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The Wife of Bath's Tale

by Geoffrey Chaucer
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What historical events and social issues of the time are connected to Geoffrey Chaucer’s "The Wife of Bath's Tale" and "Prologue"?

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The Black Death is a backdrop for The Canterbury Tales. Chaucer deals with it most directly in "The Pardoner's Tale," where the greedy and unscrupulous pardoner benefits from people's fear of the plague, but its traumatic effects also underlie the Wife of Bath's prologue and tale.

The Black Death swept through Europe in the late 1340s and killed a third to half the population. As a young child living in London, Chaucer experienced the disease directly with people dying on the streets around him.

The magnitude of the plague caused people to question authority, especially church authority. All the prayers of the Catholic Church were unable to stop the mass deaths, leading people to become increasingly cynical and wonder how effective Christianity really was. The plague also increased calls for social leveling. The loss of population allowed the lower classes that survived to become more assertive and drove up wages. The overall questioning of authority in a world that seemed turned upside down led to the Peasant's Rebellion in 1381.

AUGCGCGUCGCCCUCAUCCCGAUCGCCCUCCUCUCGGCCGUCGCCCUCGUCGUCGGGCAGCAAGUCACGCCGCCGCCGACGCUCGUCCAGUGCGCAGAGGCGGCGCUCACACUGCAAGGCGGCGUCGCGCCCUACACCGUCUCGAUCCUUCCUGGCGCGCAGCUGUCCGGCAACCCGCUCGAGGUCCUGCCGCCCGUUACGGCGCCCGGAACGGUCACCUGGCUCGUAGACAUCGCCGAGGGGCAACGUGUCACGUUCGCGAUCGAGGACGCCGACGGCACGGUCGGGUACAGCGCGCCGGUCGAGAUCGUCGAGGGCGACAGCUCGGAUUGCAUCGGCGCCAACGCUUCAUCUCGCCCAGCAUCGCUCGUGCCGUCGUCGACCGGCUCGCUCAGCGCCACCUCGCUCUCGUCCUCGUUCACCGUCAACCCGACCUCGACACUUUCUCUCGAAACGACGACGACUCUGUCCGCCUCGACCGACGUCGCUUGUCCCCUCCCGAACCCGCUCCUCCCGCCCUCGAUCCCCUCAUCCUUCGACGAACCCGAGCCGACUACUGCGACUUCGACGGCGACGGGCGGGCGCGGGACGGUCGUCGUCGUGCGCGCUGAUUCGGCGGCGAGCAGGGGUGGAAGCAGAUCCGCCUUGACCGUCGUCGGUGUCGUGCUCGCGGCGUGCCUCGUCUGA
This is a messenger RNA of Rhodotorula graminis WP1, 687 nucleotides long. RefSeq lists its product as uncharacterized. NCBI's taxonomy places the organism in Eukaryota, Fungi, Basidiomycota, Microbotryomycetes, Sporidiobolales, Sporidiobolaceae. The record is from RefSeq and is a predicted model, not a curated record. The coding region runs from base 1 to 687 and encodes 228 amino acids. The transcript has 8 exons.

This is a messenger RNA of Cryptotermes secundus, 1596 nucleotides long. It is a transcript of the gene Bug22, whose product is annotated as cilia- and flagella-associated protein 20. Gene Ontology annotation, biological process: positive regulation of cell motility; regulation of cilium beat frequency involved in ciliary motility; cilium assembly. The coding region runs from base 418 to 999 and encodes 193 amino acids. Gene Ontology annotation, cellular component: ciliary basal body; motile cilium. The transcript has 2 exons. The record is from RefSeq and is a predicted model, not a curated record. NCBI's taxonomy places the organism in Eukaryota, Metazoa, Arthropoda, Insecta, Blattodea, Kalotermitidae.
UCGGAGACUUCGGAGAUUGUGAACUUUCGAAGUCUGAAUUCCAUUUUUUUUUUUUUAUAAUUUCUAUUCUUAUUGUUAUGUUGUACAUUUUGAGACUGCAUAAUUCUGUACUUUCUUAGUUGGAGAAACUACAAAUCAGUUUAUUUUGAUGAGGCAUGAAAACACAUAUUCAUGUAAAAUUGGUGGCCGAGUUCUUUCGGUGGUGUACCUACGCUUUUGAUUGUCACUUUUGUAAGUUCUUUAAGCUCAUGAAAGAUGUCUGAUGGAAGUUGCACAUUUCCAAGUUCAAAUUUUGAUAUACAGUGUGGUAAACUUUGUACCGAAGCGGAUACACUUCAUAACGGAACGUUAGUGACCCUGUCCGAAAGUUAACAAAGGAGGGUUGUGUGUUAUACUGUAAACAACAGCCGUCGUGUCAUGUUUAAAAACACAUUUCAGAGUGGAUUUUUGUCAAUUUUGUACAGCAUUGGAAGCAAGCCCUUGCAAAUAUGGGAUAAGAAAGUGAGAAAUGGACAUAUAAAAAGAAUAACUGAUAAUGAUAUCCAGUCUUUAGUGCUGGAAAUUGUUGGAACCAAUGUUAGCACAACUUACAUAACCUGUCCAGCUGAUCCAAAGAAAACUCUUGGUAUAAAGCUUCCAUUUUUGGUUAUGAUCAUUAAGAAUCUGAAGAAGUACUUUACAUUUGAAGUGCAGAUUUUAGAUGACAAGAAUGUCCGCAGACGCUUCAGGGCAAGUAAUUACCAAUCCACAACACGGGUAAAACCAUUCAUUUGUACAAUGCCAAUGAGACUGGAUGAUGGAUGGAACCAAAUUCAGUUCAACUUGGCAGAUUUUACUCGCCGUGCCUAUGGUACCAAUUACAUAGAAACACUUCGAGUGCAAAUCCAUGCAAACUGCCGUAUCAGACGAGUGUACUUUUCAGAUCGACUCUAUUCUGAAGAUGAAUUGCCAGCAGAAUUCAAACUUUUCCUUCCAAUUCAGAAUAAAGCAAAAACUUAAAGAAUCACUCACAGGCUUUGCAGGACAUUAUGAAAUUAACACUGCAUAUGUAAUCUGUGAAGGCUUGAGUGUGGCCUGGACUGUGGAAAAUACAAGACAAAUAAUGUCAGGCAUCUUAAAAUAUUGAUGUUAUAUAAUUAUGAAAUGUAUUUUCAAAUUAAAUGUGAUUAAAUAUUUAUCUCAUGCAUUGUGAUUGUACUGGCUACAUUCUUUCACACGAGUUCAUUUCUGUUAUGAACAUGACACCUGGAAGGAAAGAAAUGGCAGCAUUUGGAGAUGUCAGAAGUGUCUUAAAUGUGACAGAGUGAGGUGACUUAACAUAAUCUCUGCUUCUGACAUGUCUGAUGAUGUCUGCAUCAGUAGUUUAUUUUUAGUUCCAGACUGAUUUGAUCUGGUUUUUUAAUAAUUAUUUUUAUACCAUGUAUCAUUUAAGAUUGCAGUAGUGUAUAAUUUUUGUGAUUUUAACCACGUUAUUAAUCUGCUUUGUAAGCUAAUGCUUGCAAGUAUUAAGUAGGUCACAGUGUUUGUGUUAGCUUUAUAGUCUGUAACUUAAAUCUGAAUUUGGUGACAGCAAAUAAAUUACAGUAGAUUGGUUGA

The Wife of Bath's prologue, which questions the Church's assignment of second-class status to women, reflects this new tendency to push back against authority. The Wife of Bath strongly feels the Church has been wrong in giving men so much power over women. She shows the cynicism of the period in feeling justified in using her feminine wiles to fight back against what she feels is injustice against women by lying, withholding sex, and generally making her husbands' lives difficult to get her way. Her willingness to think for herself also leads her to tell a tale that subverts traditional notions of female subordination.

The Wife of Bath's materialism and desire for fine clothes, bright colors, and amusement also reflects a culture in which the maxim "eat, drink, and be merry, for tomorrow you may die" was all too real a possibility.

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